RBI revised guidelines on credit default swaps for corporate bonds very soon: Official

New Delhi: If more industries come, there’ll be more scope for LIC to invest in corporate bonds: MD, Vipin Anand

New Delhi, 29th October 2020: The Reserve Bank of India will soon come out with revised guidelines on credit default swaps for corporate bonds, a top Union Finance Ministry official informed at an ASSOCHAM e-summit held today.

“With limited number of trades in the bond market, there are a lot of challenges – fair valuation is one challenge and the activity in the secondary market is another challenge because the bulk of dealings have been happening only over-the-counter (OTC),” said Mr Anand Mohan Bajaj, additional secretary, Department of Economic Affairs, Ministry of Finance at an ASSOCHAM National e-summit on Positive Response of Corporate Bond Market to Recent Challenges.

Mr Bajaj added, “We are aware of all this, we are putting our minds together and doing a lot of things, latest being in order – develop the credit default swap market we have been working and RBI would be coming out with revised guidelines very (soon).”

He pointed out that although fund-raising through corporate bonds have almost doubled from 2012-13 to 2019-20 but the traded volume is around 22 lakh crore which is not very much. Besides, 98 per cent of the debt issuances in 2019-20 have been through private placement and even in that, 80 per cent of issuances have been through major NBFCs, HFCs in the private sector and PSUs which accounted for about 15 per cent.

Highlighting the steps taken by the government, he said, “Latest being what we have done is Bilateral Netting Act and uniform stamp duty which has now been implemented and the rate for issue of bonds is reduced to 0.005 per cent from various different rates which were there depending on state to state.”

He also said, “Recently now we have been also conscious that corporate bond repo segment also must be activated although the trilateral repo was also launched but it has not been active and therefore, you would have noticed that SEBI has announced creation of limited purpose clearing corporation of the corporate bond repo segment which I think is a very important step.”

Mr Bajaj said that issuance of AT-1 instrument will also be compulsorily run through electronic book building platform. “We have also now mentioned that Request for Quote (RFQ) platform would be a single interface for price givers and price takers and for that mutual funds have been mandated to undertake at least ten per cent of the total secondary market rates by value in the corporate bonds.”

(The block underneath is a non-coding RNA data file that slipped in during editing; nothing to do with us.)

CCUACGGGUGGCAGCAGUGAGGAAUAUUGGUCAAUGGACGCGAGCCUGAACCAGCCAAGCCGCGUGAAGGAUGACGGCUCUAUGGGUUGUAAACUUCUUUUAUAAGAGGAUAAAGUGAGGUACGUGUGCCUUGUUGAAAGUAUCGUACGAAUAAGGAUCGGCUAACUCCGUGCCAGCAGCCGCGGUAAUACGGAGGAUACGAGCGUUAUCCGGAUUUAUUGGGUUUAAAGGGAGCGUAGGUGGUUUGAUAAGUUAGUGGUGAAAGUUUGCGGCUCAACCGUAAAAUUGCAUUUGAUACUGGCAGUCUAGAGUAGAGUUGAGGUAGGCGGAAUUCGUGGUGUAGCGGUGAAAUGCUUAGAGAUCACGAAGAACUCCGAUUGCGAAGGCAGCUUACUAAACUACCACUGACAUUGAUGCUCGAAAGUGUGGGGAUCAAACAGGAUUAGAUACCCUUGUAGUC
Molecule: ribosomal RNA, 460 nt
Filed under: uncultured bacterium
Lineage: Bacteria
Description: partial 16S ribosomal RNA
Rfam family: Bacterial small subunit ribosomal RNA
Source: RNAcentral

Similarly, he said IRDAI has also mandated insurers to undertake ten per cent of their transactions through RFQ platforms.

Elaborating on the recent measures taken by the government he said, “In order to attract foreign capital in government security (G-Sec) market, we recently have opened a fully accessible route where foreign investors can come in and do transactions without any capital controls and we have notified the securities which have been earmarked for this and also recently we have set up a special purpose vehicle to provide liquidity for the bonds issued by NBFCs and HFCs.”

Noting that lots of steps have been taken and many more are in the pipeline, Mr Bajaj said, “But still, we all understand that in most of the jurisdiction, corporate bond market has taken time to evolve and in majority of cases it is still in the OTC, we are aware of that.”

He also said that corporate bond market is very important for requirement of infrastructure financing particularly which have announced through national infra pipeline. “So, a big-big push on infra financing is needed and importance of corporate bond market cannot be emphasised more.”

The Finance Ministry official further said that the government and the regulators i.e. RBI, SEBI, IRDAI, PFRDA have together been working towards having a robust and vibrant corporate bond market in India.

In his address, Mr Vipin Anand, MD of LIC said that while LIC is a regular investor in the market, it being a long-term investor and has long-term liabilities, for matching its asset and liabilities it is necessary that it looks at very stable kind of investments. “So even though it is a regulatory requirement that we invest only in AA and above. I think prudence also demands that for long-term investors like us anything below that may be difficult.”

Mr Anand added, “If more industries come in to the bond market, like SEBI stipulation of 25 per cent there will be more scope for LIC to make more investments in corporate bonds.”

He further said that challenges confronting India in developing a robust and vibrant corporate bond market post-covid are tremendous but not unsurmountable.

Ms Navita Yadav, chairperson, ASSOCHAM National Council for Corporate Bond Market and Country MD & CEO, Vistra India said, “Ease of business in any country is actually about by the ease of exit, hence various initiatives by Government and regulators continue to be in this direction.”

Amid others who addressed the ASSOCHAM national e-summit included: Mr Neeraj Kulshrestha, chief regulatory officer, BSE Ltd.; Mr Vikas Jain, ED, A. K. Capital Services Ltd.; Mr Ashvin Parekh, managing partner, APAS LLP; and Ms Nipa Sheth, co-chairperson, ASSOCHAM National Council for Corporate Bond Market and founder-director, Trust Group.